linux/fs/cramfs/README
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   1Notes on Filesystem Layout
   2--------------------------
   3
   4These notes describe what mkcramfs generates.  Kernel requirements are
   5a bit looser, e.g. it doesn't care if the <file_data> items are
   6swapped around (though it does care that directory entries (inodes) in
   7a given directory are contiguous, as this is used by readdir).
   8
   9All data is currently in host-endian format; neither mkcramfs nor the
  10kernel ever do swabbing.  (See section `Block Size' below.)
  11
  12<filesystem>:
  13        <superblock>
  14        <directory_structure>
  15        <data>
  16
  17<superblock>: struct cramfs_super (see cramfs_fs.h).
  18
  19<directory_structure>:
  20        For each file:
  21                struct cramfs_inode (see cramfs_fs.h).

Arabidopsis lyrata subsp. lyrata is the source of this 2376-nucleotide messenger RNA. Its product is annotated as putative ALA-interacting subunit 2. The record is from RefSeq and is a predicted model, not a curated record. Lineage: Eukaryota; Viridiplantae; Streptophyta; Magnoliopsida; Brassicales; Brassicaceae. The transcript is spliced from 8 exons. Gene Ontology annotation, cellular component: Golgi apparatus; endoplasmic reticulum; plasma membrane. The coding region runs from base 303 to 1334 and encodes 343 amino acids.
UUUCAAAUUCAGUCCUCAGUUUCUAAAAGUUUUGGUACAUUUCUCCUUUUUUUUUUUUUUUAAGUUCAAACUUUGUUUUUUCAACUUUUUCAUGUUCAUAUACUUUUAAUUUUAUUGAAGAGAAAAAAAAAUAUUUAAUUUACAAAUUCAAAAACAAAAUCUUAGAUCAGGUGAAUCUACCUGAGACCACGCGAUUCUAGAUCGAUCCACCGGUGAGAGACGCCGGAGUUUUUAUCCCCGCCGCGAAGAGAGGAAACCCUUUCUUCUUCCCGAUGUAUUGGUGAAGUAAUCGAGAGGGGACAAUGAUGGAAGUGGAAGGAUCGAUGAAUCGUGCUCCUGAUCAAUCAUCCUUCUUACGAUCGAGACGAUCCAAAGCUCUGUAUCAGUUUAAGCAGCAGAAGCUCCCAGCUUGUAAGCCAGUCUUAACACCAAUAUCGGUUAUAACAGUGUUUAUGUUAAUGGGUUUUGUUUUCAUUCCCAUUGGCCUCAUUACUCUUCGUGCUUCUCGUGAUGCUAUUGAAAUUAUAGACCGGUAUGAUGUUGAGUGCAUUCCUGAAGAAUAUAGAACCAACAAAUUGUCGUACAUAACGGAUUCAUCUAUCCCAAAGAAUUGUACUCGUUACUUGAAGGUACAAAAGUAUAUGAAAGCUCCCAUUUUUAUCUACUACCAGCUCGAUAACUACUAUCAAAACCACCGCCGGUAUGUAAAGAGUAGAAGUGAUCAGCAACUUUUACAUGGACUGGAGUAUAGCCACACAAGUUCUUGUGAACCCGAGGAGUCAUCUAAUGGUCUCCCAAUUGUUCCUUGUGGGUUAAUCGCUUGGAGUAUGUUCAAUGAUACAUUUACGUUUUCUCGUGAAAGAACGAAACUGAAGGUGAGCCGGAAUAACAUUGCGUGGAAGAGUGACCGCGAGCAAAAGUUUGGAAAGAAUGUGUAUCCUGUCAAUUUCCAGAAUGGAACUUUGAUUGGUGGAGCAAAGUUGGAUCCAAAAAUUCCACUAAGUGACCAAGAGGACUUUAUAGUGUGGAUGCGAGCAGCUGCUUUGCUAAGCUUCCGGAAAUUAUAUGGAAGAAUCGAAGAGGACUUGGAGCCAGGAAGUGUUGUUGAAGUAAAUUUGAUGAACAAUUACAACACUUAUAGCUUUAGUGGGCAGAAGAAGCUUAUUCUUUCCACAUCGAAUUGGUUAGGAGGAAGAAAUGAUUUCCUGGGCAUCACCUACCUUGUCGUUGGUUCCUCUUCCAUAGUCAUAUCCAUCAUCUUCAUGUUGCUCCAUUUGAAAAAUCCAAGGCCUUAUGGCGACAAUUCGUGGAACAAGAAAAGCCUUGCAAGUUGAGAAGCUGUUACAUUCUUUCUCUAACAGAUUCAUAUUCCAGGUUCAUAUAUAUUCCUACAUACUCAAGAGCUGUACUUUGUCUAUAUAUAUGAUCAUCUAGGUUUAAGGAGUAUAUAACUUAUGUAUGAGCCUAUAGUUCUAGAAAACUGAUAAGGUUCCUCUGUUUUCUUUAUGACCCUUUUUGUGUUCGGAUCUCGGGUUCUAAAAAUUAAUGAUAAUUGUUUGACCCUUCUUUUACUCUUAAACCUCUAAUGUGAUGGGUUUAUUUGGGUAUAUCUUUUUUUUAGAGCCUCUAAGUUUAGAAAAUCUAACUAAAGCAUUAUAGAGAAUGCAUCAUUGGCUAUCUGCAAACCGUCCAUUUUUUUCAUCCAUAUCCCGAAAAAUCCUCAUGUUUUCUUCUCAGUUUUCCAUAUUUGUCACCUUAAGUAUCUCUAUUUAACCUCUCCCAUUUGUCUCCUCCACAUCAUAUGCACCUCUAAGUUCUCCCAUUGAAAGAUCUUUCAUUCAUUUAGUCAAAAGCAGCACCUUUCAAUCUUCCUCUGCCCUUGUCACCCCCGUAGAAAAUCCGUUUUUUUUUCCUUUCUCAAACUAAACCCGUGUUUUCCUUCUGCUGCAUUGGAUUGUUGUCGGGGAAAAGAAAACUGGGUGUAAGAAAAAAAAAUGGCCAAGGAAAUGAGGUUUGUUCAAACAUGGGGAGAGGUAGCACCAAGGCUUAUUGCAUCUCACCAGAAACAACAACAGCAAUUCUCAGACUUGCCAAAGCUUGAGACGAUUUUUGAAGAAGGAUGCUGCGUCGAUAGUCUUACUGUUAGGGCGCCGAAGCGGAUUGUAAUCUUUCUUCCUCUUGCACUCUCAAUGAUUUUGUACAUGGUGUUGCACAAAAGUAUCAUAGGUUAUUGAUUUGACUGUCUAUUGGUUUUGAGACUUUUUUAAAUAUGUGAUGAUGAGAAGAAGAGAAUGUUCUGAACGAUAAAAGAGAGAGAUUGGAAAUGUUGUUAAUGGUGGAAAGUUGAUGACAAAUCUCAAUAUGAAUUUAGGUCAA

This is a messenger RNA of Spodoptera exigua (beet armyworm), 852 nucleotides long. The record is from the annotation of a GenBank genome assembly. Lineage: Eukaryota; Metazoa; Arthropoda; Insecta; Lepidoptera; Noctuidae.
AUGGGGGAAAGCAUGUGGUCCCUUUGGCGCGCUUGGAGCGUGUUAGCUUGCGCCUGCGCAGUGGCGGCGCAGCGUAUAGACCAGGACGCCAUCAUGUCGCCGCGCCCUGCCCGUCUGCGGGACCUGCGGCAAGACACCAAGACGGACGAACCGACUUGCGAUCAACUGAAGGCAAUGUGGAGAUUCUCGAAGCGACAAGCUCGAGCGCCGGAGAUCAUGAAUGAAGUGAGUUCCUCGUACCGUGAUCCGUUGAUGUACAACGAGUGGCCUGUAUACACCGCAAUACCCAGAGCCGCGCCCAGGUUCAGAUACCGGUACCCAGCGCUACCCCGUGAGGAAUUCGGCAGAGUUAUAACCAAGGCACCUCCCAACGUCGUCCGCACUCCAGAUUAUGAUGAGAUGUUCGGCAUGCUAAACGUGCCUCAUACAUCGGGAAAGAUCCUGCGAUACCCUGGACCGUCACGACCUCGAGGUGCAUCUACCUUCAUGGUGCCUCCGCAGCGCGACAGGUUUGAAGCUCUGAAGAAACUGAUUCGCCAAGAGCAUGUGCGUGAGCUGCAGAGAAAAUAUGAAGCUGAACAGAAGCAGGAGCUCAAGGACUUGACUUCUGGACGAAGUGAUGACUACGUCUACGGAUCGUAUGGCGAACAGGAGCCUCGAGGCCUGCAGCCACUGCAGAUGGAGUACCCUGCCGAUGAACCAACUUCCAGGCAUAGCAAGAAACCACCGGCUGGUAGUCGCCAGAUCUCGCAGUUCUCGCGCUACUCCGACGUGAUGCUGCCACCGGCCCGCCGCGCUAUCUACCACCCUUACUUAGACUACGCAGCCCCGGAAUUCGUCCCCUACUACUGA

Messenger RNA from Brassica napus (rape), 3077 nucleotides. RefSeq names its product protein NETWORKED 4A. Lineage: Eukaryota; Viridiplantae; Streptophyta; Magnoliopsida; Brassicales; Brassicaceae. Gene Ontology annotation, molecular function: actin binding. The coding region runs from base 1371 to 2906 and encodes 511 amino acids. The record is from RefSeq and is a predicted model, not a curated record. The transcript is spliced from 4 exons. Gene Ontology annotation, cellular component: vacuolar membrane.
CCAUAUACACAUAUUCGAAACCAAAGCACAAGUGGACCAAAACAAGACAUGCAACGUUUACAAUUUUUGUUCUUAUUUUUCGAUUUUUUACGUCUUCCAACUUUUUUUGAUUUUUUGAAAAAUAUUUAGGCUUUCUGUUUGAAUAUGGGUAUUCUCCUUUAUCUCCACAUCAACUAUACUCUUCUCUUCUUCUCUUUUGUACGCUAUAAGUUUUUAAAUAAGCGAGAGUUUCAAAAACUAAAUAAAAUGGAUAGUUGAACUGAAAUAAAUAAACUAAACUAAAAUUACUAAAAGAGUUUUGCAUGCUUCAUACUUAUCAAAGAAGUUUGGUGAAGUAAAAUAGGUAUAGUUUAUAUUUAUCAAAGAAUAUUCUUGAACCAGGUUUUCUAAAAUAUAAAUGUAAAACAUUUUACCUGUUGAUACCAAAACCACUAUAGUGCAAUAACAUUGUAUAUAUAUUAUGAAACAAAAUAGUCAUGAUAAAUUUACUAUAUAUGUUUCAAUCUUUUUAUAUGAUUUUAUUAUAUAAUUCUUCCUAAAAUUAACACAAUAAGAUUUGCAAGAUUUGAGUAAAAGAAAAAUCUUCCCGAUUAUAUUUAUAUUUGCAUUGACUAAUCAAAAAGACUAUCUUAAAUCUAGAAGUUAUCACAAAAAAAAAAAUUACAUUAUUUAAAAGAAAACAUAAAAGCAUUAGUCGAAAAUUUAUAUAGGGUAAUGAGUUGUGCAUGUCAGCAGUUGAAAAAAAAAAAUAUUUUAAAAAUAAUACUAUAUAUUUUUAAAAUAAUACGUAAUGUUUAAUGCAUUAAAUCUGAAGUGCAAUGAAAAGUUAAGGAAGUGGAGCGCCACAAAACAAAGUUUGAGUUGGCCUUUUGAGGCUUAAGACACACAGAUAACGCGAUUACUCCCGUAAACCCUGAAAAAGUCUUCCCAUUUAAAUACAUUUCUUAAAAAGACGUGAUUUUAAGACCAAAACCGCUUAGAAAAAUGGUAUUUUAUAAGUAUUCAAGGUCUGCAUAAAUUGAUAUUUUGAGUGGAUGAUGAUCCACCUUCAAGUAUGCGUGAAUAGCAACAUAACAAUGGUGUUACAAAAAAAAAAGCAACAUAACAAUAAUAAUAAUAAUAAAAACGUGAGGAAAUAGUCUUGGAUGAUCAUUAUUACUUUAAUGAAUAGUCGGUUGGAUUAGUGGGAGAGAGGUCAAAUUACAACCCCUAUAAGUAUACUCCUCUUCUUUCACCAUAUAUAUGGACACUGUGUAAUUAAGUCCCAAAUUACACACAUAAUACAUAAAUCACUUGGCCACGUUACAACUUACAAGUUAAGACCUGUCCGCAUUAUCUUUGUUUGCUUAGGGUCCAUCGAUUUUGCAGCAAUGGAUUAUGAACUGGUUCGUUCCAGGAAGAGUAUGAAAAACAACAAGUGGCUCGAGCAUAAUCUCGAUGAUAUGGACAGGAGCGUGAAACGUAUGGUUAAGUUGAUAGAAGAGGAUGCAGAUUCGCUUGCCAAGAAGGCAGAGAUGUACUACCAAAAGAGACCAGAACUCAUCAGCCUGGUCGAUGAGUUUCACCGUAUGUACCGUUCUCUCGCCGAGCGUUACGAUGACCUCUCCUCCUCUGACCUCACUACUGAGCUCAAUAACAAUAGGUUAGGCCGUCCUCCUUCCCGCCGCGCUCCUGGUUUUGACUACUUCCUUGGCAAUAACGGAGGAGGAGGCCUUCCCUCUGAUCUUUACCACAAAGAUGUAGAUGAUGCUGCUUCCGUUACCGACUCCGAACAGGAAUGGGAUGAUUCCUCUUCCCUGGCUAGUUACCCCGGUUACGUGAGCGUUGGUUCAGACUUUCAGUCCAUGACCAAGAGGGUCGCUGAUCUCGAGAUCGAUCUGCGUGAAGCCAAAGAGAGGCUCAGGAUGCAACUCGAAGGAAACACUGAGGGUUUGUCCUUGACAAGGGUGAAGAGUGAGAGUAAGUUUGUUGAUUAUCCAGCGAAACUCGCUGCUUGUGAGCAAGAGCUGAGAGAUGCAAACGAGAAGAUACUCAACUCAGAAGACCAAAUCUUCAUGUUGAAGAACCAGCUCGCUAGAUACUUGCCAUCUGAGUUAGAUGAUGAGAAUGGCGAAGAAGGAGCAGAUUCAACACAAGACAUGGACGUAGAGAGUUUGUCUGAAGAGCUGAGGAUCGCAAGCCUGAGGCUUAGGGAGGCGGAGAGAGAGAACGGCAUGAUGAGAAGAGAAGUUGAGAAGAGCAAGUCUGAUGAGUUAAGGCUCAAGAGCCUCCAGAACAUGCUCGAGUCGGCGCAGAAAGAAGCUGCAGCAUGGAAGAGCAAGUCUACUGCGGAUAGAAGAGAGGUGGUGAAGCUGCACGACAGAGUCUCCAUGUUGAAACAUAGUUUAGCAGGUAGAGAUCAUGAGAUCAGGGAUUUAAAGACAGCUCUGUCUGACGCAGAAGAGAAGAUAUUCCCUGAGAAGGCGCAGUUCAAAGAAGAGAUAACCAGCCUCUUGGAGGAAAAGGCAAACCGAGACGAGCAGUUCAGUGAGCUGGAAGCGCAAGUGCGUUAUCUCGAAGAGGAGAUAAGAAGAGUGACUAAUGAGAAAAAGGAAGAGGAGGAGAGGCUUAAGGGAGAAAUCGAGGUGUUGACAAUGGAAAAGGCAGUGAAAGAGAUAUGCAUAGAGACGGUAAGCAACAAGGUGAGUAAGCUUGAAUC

22                Filename.  Not generally null-terminated, but it is
  23                 null-padded to a multiple of 4 bytes.
  24
  25The order of inode traversal is described as "width-first" (not to be
  26confused with breadth-first); i.e. like depth-first but listing all of
  27a directory's entries before recursing down its subdirectories: the
  28same order as `ls -AUR' (but without the /^\..*:$/ directory header
  29lines); put another way, the same order as `find -type d -exec
  30ls -AU1 {} \;'.
  31
  32Beginning in 2.4.7, directory entries are sorted.  This optimization
  33allows cramfs_lookup to return more quickly when a filename does not
  34exist, speeds up user-space directory sorts, etc.
  35
  36<data>:
  37        One <file_data> for each file that's either a symlink or a
  38         regular file of non-zero st_size.
  39
  40<file_data>:
  41        nblocks * <block_pointer>
  42         (where nblocks = (st_size - 1) / blksize + 1)